New Viewpoint on the Geology and Hydrocarbon Prospectivity of the Seychelles Plateau
We have reprocessed, re-imaged, and interpreted 10000+ km of legacy 2D seismic data in the Seychelles, particularly in the western part of the Plateau. Seychelles data have been difficult to image, particularly for the Mesozoic section: volcanics are a major attenuator of low frequency signal, and a hard water bottom contributes to signal problems. Enhanced low frequency techniques were applied to improve the signal fidelity in the 4 to 20 Hz range, and to remove spectral notches of shallow geologic origin. These efforts have allowed a reasonable view of the structure of the Plateau to a depth equivalent to about 3.5 sec TWT, and permit a comparison of areas atop the Plateau to the south coast where the three 1980's Amoco wells were drilled. It is clear that the main Plateau area of the Seychelles (excluding the outlying territories) is comprised of several separate basins, each with similar Karoo, Cretaceous, and Cenozoic sections that relate to the East African and West Indian conjugate margins, but the basins each have nuanced tectono-stratigraphic histories. The previously recognized Correira Basin in the SE and the East and West South Coast Basins face the African conjugate margin; other unimaged ones complete the periphery of the Plateau. The interior of the Plateau is dominated by the Silhouette Basin to the west of the main islands and the Mahé Basin to the east. The co astal basins have harsh tectono-thermal histories comparable to other continental margins around the world; they are typically characterized by stretching, subsidence and breakaway from their respective conjugate margins. In contrast the interior basins are comparable to ‘failed’ rift systems such as the North Sea or the Gulf of Suez. The South Coastal Basins, for example, tend to be more extended which complicated interpretation of the Amoco wells, but they have significant upside, as exemplified by the Beau Vallon structure. The interior basins, on the other hand, have typically simpler structure: the Silhouette Basin contains a system of NW-trending linked normal faults that could easily harbor North Sea-sized hydrocarbon traps with a variety of rift-related reservoir possibilities. Bright, reflective, hard volcanic horizons are less common than usually presumed, but most of the basins may contain considerable pyroclastic material in parts of the section. All of the basins appear to be predominantly oil prone, with considerable upside prospectivity.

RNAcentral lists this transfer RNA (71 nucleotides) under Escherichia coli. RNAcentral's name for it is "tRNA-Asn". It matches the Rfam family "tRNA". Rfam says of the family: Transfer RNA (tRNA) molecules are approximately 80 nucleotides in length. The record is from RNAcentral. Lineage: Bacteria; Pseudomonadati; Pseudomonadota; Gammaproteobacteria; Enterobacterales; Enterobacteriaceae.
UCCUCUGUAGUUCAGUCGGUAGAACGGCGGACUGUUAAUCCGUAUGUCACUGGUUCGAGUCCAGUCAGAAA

AAPG Datapages/Search and Discovery Article #90267 ©2016 AAPG/SPE Africa Energy and Technology Conference, Nairobi City, Kenya, December 5-7, 2016